So dancing, for me, has always been something that I would have loved to have done at a professional level. In my fantasy world my body would have been tall, taught and athletic, and my moves something that would hypnotise and mezmerise all who gazed at me. But alas, this was not to be so I’ve just danced for pleasure, and on one occasion, used dancing as a means to raise my airfare home via the means of performing in an exotic club. I’ve written about this on a previous blog post so if you want the skinny- go read!

Desperate Acts of Dilinquency

Whilst visiting Auckland, a friend invited me to a Salsa club, which of course I immediately said yes to. I hadn’t been or listened to the infectious music for over a month and I was getting withdrawals. The event was a regular Wednesday night shindig, held at a bar/restaurant in the hipster part of town. As soon as we walked in, the music and heat hit me full in the face, and I watched as people from every nationality grooved to the sexy beats.

My bubble was burst as soon as my friend introduced me to the promoter/DJ and teacher of the event. She told him I was from Colombia so he was super excited to take me for a spin, as everyone knows Colombians make the best dancers in the world. (This is a FACT. If you don’t believe me check the current world champions out!)

Within 30 seconds he sniffily told me that I should “come and learn at one of his classes.” Which, of course he was right to say, however my Latin pride made me start making voodoo dolls out of him in my brain, and put me in a defensive mood.

Brain: “ What the hell do Peruvians know about salsa anyway? And specially at the bottom of the world where it’s so bloody cold? I’m going to show HIM..i’m going to just sit here and be mysterious and moody and not dance and get all up myself by my birthright of being Colombian.”

Yeah, that. Because of course behaving like a brat always provides the best results huh? How can I, at my age, still revert to moody teenage mode?? Bleugh.

Tiny Pirate Caribbean Salsa Love

I sat there with my hormonal tantrum raging through my veins. The room was too lit up, people were counting steps and going through the motions, where was the clothes-ripping sexiness, how can ANYONE who isn’t Latin remotely feel the passion. I bored myself with my brattishnes, until it was impossible to ignore the music. Anja kept introducing me to her friends as Colombian, so the novelty of dancing with me (I thought) was cute. Until they had to suffer me stomping on their feet with my heavy travel boots.

And the more I observed, the more I learned. Yes, the passion was there, not necessarily in the crazy Latin way I’m accustomed to, but in the way that it kept this little buzzing scene alive each week with individuals whose faces showed the joy they were experiencing. There were around one hundred people from all over the world, in one of the most southern cities on the planet, sharing something beautifully intimate and connecting through music and culture in a way that, if this was a global mandatory practice, would stop wars and make people love eachother more. Seriously.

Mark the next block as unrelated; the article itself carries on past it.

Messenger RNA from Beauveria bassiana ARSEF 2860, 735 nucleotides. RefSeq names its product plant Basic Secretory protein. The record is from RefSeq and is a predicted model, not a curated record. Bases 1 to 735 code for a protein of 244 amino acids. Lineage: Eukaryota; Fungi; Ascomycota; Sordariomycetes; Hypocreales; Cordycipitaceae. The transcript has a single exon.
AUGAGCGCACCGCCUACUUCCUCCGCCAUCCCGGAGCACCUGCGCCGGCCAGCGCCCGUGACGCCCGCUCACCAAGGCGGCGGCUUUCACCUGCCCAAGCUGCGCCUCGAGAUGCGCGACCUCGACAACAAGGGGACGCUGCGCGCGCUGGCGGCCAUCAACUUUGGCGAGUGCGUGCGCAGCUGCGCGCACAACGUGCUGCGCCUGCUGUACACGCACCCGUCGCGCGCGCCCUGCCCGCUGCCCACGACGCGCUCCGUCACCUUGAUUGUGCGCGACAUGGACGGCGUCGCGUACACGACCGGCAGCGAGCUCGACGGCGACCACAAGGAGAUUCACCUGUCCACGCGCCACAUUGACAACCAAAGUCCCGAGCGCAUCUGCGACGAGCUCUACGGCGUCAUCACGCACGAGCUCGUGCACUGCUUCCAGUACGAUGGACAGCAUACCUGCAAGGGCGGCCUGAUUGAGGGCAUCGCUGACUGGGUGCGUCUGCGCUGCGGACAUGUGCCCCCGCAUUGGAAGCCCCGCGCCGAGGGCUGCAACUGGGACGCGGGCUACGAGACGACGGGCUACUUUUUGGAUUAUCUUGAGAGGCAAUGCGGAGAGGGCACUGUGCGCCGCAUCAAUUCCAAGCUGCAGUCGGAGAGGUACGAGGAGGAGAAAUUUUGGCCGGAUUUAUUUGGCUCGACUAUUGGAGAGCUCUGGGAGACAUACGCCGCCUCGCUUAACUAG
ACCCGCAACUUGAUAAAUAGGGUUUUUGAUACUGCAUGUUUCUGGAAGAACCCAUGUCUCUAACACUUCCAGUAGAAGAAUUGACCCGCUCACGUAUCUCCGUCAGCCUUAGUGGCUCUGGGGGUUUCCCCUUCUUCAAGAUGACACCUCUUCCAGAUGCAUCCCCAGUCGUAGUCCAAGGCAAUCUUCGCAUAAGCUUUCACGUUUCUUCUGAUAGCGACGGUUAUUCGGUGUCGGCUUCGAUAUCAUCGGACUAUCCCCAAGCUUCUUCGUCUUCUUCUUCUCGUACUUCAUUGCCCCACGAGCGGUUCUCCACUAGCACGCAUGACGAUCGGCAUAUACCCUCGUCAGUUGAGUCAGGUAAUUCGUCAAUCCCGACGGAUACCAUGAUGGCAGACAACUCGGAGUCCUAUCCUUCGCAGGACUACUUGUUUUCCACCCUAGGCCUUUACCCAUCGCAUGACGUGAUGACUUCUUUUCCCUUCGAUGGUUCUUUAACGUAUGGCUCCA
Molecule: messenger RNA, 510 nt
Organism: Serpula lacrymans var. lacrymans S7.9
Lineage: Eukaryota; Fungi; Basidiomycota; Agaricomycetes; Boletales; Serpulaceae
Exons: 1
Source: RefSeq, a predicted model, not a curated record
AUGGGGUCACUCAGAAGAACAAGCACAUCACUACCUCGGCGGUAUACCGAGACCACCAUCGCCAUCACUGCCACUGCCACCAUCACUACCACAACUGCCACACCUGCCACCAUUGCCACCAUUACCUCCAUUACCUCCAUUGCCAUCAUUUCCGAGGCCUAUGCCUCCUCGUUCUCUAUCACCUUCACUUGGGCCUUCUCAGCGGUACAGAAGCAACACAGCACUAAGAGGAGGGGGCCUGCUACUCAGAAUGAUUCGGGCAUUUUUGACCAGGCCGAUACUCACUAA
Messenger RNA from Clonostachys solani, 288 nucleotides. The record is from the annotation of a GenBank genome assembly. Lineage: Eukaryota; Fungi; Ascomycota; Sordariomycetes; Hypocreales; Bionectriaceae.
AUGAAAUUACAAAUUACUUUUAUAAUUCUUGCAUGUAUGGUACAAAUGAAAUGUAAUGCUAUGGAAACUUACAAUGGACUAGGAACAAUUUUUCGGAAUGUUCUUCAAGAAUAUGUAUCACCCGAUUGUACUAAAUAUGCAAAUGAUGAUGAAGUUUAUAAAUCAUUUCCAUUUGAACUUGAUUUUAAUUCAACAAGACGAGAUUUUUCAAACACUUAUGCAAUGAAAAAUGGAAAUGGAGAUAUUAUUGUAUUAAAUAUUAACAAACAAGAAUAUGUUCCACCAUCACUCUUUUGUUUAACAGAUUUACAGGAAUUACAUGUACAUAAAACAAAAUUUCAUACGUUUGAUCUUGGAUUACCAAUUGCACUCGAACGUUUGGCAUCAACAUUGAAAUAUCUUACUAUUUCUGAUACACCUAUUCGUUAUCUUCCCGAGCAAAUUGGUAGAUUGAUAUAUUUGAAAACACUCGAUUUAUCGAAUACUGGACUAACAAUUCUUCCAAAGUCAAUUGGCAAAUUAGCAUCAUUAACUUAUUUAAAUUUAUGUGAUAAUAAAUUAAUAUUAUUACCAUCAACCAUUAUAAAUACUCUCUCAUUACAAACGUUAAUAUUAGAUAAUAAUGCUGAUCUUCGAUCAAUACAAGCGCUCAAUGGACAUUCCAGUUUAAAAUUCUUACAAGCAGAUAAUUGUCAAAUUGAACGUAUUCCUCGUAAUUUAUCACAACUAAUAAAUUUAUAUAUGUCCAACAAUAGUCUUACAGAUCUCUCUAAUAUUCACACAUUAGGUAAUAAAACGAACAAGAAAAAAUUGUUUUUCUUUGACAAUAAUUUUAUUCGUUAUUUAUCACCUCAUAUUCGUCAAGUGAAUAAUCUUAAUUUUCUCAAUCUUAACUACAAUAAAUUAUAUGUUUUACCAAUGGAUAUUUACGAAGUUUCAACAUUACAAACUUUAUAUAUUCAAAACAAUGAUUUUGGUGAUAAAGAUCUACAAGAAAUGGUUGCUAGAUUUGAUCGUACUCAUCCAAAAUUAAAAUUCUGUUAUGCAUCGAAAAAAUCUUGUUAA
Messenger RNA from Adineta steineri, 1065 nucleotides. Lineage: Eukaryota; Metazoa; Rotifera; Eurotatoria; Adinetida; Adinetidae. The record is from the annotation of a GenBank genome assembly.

I danced with Peruvians (not the teacher!!), Kiwis, Samoans, Germans. I watched a super hot Middle Eastern and Austrian couple, totally lost in their movements throw sparks up into the atmosphere. I was transfixed by the delicate interpretations of the music from doll-like Korean and Japanese girls, and I felt equal pangs of pride and jealousy as I watched Anja and her friends perform technically perfect steps which have inspired me to have lessons. I met a Kiwi couple who are fundraising to go to the world championships. And in spite of not having a cat’s hell chance against the mighty Colombians (sorry!), they have already WON because they are doing the thing they LOVE and that is ALL that counts. I will be cheering them on ( after the Colombians of course!) 

Lifestyle Cabarete Tiny Pirate SalsaLifestyle Cabarete Tiny Pirate salsa 7

Just like life, You CANNOT have a good dance with someone if here is no connection, and each and every time I go somewhere I try my hardest to stick to new people and new places. I learn something and hope that in some way it will make me more understanding and a better person. A good life, like dancing, is about those good connections…and in the same way, if we just go through life counting steps and going through the motions without feeling what we are doing, then half of what we could be enjoying will be lost.

Hot Colombian songtress Shakira named one of her songs ‘Hips don’t lie’ for a reason! The moment you feel like you’re passionately dancing through work, life, relationships…that is when you know you have found the best partner, the best place, or the best moment. And I wish all of those for you…

Toodle pip and shake your booties until the next time!

x <3

*** By the way if you answered YES to this, then do something about it NOW…it’s never too late! That only becomes an issue when you are six feet under or toast.